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Hey Guys, I've had this car mostly parked for most of the time I've owned it as I've been going through different parts of the car so don't really have a good feel for how the car drives normally and hardly ever had it up to speed for more than a few times. Now I'm finally getting this thing more driveable and on different wheels and tires and now I'm finding that the steering is pretty terrible. The steering basically won't center and anything over 45-50MPH and this thing is all over the place. It seems to grab any contour in the road and darts off that way. It's genuinely not safe to drive like this even around town. 

While I didn't drive it much before changing the wheels and tires, I don't think I noticed it being this bad. A little while back I had a local Mustang shop give it the once over and they told me the suspension is fine. Ball joints, wheel bearings etc. everything looks solid. Could use new strut rod bushings at some point, but not bad. 

Right now I am running on very low profile tires, too low actually, but it's what came with the wheels and not ready to replace them just yet. It's on 235 X 30 X 20's. The wheels are 20 X 8.5 and there is a 1" spacer.  

So any thoughts on if this is just alignment, tires, strut rod bushing or is something genuinely messed up in the suspension?

Thanks for any advice. 

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You didn't say what your tire pressures are. Stiff sidewalls and too much pressure will cause even radials to track every ridge and groove. I'm guessing your alignment is also messed up and/or aligned for bias ply tires. Caster and camber are probably both wrong for those tires.


 

 

“If you can't explain it simply, you don't understand it well enough.”

--Albert Einstein

 

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Hi Don and thanks for the reply. Good point, air pressure is 32PSI. I've never had it aligned. I'll drop the pressure down to 24-26 and see how that goes. Didn't even occur to me to try that. 

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So it was actually higher than I thought at about 35. Lowered it to 25 and drove it. It's better but still all over the place. And just to correct the tire size, they are 255 35 20's. 

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I’m curious what you find when checking alignment.  Reminds me of my GMC pickup when I had toe out.

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I have the same issue on asphalt roads with deep "18 wheeler" ruts. A little extra toe in seems to help with the short sidewall tires. Mine are 245-40-18. Part of it may also be issues with scrub radius due to the offset of the wheels. On smooth asphalt or concrete roads the car drives like a dream. I plan to add more caster and toe in to try to correct it.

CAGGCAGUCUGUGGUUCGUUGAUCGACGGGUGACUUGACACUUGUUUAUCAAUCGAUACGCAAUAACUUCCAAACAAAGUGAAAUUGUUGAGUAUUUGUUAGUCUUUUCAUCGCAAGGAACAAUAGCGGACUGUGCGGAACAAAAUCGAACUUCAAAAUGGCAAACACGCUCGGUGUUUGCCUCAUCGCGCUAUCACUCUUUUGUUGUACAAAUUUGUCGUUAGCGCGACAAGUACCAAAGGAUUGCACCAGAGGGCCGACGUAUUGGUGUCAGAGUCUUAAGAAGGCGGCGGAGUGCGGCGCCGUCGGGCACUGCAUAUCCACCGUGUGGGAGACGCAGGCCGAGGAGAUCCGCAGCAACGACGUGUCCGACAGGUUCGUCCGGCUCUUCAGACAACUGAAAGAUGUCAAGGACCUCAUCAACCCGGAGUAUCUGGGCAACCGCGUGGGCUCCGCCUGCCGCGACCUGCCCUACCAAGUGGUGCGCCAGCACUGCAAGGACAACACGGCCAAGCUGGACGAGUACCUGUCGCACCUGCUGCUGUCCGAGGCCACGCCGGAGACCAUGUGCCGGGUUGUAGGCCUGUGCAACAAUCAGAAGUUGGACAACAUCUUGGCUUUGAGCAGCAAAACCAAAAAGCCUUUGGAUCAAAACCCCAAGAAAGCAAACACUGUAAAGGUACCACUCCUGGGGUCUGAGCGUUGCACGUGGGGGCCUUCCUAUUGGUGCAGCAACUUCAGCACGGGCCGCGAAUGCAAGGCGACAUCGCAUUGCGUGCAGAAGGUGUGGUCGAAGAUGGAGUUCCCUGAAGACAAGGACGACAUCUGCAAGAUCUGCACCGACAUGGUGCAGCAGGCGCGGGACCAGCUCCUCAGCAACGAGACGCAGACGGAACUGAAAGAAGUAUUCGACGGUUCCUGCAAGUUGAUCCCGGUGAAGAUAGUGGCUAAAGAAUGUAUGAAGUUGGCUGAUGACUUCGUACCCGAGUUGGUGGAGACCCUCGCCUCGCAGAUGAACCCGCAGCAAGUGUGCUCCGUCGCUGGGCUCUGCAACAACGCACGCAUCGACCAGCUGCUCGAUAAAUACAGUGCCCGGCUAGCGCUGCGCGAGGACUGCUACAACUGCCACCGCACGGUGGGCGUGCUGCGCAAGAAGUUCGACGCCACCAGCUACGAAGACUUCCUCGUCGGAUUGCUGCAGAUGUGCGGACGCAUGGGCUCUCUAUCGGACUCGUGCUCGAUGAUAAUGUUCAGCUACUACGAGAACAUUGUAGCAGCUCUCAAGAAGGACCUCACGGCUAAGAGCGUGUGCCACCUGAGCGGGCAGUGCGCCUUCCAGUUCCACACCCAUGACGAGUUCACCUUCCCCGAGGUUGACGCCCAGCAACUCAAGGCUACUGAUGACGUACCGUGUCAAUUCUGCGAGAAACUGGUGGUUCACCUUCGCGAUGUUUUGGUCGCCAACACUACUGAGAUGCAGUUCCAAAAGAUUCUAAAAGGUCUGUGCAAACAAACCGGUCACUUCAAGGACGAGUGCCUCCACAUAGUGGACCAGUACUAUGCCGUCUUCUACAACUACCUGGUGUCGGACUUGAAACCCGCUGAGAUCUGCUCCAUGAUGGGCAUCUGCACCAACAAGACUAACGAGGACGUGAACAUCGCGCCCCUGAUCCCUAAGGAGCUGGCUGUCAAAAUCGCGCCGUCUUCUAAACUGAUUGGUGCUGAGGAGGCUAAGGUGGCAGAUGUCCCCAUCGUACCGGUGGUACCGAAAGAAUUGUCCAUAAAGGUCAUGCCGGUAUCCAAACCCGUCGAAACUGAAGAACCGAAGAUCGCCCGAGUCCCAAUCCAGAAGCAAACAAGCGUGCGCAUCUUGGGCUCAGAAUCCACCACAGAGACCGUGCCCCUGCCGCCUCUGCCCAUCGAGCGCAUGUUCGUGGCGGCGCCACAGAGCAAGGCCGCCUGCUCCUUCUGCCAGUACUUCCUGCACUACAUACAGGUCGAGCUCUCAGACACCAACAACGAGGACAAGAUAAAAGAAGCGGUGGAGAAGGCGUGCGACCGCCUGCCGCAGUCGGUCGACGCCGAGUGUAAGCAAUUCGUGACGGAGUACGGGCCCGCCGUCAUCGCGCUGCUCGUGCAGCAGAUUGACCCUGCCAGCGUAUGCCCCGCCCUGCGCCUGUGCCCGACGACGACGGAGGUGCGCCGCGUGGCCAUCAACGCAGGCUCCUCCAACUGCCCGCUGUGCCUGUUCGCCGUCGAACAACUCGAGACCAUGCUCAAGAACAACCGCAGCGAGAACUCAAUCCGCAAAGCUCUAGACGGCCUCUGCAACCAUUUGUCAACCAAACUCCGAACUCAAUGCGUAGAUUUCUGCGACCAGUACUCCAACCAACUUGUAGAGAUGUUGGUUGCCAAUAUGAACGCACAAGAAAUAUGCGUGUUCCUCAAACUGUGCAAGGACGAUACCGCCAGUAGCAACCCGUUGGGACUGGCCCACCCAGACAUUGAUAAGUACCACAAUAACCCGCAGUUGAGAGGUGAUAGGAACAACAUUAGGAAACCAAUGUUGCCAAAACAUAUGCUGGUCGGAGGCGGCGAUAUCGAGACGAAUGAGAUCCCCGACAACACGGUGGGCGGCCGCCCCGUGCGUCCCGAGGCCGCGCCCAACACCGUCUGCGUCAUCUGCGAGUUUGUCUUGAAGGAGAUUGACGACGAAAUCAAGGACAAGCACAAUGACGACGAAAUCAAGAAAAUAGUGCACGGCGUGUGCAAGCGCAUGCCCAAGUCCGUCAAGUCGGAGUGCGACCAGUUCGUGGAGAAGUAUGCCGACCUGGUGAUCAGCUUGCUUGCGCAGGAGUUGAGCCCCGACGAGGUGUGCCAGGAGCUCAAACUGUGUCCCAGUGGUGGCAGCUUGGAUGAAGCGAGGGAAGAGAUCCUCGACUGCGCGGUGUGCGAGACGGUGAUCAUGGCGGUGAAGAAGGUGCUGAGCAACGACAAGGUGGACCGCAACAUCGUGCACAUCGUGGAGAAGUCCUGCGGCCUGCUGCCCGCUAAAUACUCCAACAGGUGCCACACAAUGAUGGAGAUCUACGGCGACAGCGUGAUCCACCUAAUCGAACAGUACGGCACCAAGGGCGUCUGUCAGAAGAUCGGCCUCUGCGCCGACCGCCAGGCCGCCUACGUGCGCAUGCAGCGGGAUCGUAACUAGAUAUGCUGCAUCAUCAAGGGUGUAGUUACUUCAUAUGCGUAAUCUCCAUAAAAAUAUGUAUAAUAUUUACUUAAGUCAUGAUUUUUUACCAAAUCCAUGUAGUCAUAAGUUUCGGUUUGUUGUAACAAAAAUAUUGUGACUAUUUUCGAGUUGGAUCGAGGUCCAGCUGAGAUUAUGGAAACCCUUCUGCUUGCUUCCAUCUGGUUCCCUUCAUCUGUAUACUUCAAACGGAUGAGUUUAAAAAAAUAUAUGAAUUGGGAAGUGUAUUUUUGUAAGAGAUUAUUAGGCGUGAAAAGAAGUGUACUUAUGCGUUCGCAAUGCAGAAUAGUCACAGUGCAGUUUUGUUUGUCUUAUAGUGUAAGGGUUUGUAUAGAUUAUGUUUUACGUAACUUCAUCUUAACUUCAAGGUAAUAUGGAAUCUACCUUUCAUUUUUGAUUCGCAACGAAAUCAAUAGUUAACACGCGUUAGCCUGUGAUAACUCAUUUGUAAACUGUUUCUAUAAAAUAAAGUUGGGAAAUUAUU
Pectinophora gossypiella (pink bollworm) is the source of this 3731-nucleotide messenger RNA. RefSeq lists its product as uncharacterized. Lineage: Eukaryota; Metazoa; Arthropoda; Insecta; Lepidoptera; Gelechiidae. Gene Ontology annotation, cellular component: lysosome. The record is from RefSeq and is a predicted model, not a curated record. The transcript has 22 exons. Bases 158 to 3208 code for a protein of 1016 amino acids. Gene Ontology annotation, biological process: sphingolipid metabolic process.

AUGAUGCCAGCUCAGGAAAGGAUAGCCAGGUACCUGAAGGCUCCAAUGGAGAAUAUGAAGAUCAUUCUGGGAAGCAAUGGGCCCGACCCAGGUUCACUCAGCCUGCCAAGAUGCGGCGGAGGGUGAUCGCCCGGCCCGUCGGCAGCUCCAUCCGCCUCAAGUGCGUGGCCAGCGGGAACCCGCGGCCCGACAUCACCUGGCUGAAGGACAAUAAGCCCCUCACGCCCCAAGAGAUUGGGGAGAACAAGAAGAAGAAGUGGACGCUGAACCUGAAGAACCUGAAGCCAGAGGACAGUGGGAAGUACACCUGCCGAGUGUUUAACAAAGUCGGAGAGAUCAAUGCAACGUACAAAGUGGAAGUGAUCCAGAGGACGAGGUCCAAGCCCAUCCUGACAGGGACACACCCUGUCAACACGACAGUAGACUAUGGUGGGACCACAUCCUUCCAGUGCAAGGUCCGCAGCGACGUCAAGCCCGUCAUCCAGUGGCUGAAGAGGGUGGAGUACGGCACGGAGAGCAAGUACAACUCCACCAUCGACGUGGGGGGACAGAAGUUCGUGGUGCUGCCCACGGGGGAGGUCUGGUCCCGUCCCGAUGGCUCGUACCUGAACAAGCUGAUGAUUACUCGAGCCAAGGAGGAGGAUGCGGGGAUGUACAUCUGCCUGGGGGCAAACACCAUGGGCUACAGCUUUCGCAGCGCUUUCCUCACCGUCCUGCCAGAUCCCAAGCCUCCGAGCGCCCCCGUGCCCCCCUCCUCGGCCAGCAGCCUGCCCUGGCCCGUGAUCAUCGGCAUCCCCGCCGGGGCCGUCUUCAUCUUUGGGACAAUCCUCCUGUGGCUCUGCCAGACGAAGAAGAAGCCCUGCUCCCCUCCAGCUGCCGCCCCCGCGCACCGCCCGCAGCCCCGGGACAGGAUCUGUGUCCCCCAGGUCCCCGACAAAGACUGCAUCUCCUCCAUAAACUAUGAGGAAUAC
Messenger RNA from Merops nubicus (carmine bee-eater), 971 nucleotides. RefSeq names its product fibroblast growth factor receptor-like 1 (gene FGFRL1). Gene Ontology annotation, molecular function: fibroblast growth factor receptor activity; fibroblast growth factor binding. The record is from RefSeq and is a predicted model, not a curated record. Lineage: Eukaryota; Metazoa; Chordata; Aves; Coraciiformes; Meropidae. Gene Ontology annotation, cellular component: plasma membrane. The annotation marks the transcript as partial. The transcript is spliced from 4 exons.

[align=left]Jeff T.

 

When I die I want to die like grandpa, peacefully in my sleep... not screaming, like his passengers. [/align]

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OK thanks. Going to try and get it in and have it aligned this week by someone who know's these cars. This thing isn't a dream ever right now. I have a hard time just staying in a lane unless the road is perfectly smooth. 

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If a shop told you the strut rod bushings were marginal, I'd replace them beforehand. Whatever you do, don't let the shop align the car to stock specs. Radial tires need more caster. 

 

https://opentrackerracing.com/technical/


[button=https://www.7173mustangs.com/forumdisplay.php?fid=41&filterxt_uid=34]Visit My Garage[/button]

 

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On ‎6‎/‎22‎/‎2020 at 12:48 PM, Hemikiller said:

If a shop told you the strut rod bushings were marginal, I'd replace them beforehand. Whatever you do, don't let the shop align the car to stock specs. Radial tires need more caster. 

 

https://opentrackerracing.com/technical/

+1 - Caster is the steering angle that provides directional stability.

From what I've found even late model cars with wide low profile tires can have this issue. I try to drive on the "ridges" rather than the valleys. It can be a handful to catch the car when it twitches. Bad strut rod bushings will definitely add to the loose feel especially under braking.


[align=left]Jeff T.

 

When I die I want to die like grandpa, peacefully in my sleep... not screaming, like his passengers. [/align]

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